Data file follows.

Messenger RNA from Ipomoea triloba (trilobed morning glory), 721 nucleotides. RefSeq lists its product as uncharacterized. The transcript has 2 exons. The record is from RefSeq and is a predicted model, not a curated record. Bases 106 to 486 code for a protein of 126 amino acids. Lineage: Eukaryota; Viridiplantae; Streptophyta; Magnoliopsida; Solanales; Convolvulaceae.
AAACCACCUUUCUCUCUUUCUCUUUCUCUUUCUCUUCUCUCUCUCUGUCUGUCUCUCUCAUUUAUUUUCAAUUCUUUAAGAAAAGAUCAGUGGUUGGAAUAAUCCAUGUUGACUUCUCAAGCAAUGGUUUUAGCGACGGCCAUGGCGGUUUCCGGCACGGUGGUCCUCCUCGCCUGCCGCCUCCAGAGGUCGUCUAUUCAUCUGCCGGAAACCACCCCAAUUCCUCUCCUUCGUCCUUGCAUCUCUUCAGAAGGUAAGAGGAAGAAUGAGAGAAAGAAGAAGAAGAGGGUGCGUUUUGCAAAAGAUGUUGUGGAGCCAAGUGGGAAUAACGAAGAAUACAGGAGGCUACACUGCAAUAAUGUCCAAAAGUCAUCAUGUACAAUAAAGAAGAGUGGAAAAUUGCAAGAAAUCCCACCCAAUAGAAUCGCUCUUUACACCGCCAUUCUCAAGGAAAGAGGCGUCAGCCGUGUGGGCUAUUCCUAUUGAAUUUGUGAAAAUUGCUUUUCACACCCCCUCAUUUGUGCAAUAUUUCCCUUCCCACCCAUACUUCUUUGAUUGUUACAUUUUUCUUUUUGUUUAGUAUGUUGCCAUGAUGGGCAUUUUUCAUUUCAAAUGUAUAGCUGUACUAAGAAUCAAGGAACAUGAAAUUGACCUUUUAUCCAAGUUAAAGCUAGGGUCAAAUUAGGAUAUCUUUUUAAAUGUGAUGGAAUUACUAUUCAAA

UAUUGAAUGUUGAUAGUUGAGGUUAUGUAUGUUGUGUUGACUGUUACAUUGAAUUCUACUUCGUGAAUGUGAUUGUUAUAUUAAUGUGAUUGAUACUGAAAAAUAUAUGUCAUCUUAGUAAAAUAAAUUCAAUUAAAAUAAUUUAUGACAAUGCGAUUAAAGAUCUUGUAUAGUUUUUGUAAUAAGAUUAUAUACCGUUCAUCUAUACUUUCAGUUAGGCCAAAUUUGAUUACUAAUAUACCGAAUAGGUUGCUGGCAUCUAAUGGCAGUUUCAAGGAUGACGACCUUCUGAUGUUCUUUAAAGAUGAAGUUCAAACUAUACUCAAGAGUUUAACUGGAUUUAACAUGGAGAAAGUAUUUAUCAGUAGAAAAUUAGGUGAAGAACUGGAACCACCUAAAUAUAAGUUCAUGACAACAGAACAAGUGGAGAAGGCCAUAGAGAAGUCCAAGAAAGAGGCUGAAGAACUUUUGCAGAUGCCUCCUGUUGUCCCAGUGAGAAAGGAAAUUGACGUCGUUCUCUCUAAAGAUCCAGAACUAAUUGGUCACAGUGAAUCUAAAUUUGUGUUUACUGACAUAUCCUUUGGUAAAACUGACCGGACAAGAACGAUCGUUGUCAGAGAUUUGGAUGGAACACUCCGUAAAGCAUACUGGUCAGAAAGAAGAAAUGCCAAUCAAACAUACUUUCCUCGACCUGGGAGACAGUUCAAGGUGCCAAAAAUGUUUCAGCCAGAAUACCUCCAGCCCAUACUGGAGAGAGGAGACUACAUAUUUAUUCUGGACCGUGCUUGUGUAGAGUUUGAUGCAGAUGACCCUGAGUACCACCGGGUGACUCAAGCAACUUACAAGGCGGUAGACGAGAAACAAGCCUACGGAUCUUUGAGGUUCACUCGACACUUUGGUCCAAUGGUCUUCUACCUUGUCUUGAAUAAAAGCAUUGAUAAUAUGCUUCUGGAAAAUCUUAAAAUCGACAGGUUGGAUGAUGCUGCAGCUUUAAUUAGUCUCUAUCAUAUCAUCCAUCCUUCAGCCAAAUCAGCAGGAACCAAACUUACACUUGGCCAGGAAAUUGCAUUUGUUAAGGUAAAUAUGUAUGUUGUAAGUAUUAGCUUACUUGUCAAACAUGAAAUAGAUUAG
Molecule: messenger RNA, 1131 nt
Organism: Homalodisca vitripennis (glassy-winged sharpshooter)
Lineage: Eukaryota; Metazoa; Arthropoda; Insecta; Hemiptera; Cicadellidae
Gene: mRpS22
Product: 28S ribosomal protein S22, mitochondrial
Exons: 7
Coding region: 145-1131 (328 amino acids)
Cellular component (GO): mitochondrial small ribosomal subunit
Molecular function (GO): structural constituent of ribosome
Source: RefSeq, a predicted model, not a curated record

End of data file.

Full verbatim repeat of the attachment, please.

Messenger RNA from Ipomoea triloba (trilobed morning glory), 721 nucleotides. RefSeq lists its product as uncharacterized. The transcript has 2 exons. The record is from RefSeq and is a predicted model, not a curated record. Bases 106 to 486 code for a protein of 126 amino acids. Lineage: Eukaryota; Viridiplantae; Streptophyta; Magnoliopsida; Solanales; Convolvulaceae.
AAACCACCUUUCUCUCUUUCUCUUUCUCUUUCUCUUCUCUCUCUCUGUCUGUCUCUCUCAUUUAUUUUCAAUUCUUUAAGAAAAGAUCAGUGGUUGGAAUAAUCCAUGUUGACUUCUCAAGCAAUGGUUUUAGCGACGGCCAUGGCGGUUUCCGGCACGGUGGUCCUCCUCGCCUGCCGCCUCCAGAGGUCGUCUAUUCAUCUGCCGGAAACCACCCCAAUUCCUCUCCUUCGUCCUUGCAUCUCUUCAGAAGGUAAGAGGAAGAAUGAGAGAAAGAAGAAGAAGAGGGUGCGUUUUGCAAAAGAUGUUGUGGAGCCAAGUGGGAAUAACGAAGAAUACAGGAGGCUACACUGCAAUAAUGUCCAAAAGUCAUCAUGUACAAUAAAGAAGAGUGGAAAAUUGCAAGAAAUCCCACCCAAUAGAAUCGCUCUUUACACCGCCAUUCUCAAGGAAAGAGGCGUCAGCCGUGUGGGCUAUUCCUAUUGAAUUUGUGAAAAUUGCUUUUCACACCCCCUCAUUUGUGCAAUAUUUCCCUUCCCACCCAUACUUCUUUGAUUGUUACAUUUUUCUUUUUGUUUAGUAUGUUGCCAUGAUGGGCAUUUUUCAUUUCAAAUGUAUAGCUGUACUAAGAAUCAAGGAACAUGAAAUUGACCUUUUAUCCAAGUUAAAGCUAGGGUCAAAUUAGGAUAUCUUUUUAAAUGUGAUGGAAUUACUAUUCAAA

UAUUGAAUGUUGAUAGUUGAGGUUAUGUAUGUUGUGUUGACUGUUACAUUGAAUUCUACUUCGUGAAUGUGAUUGUUAUAUUAAUGUGAUUGAUACUGAAAAAUAUAUGUCAUCUUAGUAAAAUAAAUUCAAUUAAAAUAAUUUAUGACAAUGCGAUUAAAGAUCUUGUAUAGUUUUUGUAAUAAGAUUAUAUACCGUUCAUCUAUACUUUCAGUUAGGCCAAAUUUGAUUACUAAUAUACCGAAUAGGUUGCUGGCAUCUAAUGGCAGUUUCAAGGAUGACGACCUUCUGAUGUUCUUUAAAGAUGAAGUUCAAACUAUACUCAAGAGUUUAACUGGAUUUAACAUGGAGAAAGUAUUUAUCAGUAGAAAAUUAGGUGAAGAACUGGAACCACCUAAAUAUAAGUUCAUGACAACAGAACAAGUGGAGAAGGCCAUAGAGAAGUCCAAGAAAGAGGCUGAAGAACUUUUGCAGAUGCCUCCUGUUGUCCCAGUGAGAAAGGAAAUUGACGUCGUUCUCUCUAAAGAUCCAGAACUAAUUGGUCACAGUGAAUCUAAAUUUGUGUUUACUGACAUAUCCUUUGGUAAAACUGACCGGACAAGAACGAUCGUUGUCAGAGAUUUGGAUGGAACACUCCGUAAAGCAUACUGGUCAGAAAGAAGAAAUGCCAAUCAAACAUACUUUCCUCGACCUGGGAGACAGUUCAAGGUGCCAAAAAUGUUUCAGCCAGAAUACCUCCAGCCCAUACUGGAGAGAGGAGACUACAUAUUUAUUCUGGACCGUGCUUGUGUAGAGUUUGAUGCAGAUGACCCUGAGUACCACCGGGUGACUCAAGCAACUUACAAGGCGGUAGACGAGAAACAAGCCUACGGAUCUUUGAGGUUCACUCGACACUUUGGUCCAAUGGUCUUCUACCUUGUCUUGAAUAAAAGCAUUGAUAAUAUGCUUCUGGAAAAUCUUAAAAUCGACAGGUUGGAUGAUGCUGCAGCUUUAAUUAGUCUCUAUCAUAUCAUCCAUCCUUCAGCCAAAUCAGCAGGAACCAAACUUACACUUGGCCAGGAAAUUGCAUUUGUUAAGGUAAAUAUGUAUGUUGUAAGUAUUAGCUUACUUGUCAAACAUGAAAUAGAUUAG
Molecule: messenger RNA, 1131 nt
Organism: Homalodisca vitripennis (glassy-winged sharpshooter)
Lineage: Eukaryota; Metazoa; Arthropoda; Insecta; Hemiptera; Cicadellidae
Gene: mRpS22
Product: 28S ribosomal protein S22, mitochondrial
Exons: 7
Coding region: 145-1131 (328 amino acids)
Cellular component (GO): mitochondrial small ribosomal subunit
Molecular function (GO): structural constituent of ribosome
Source: RefSeq, a predicted model, not a curated record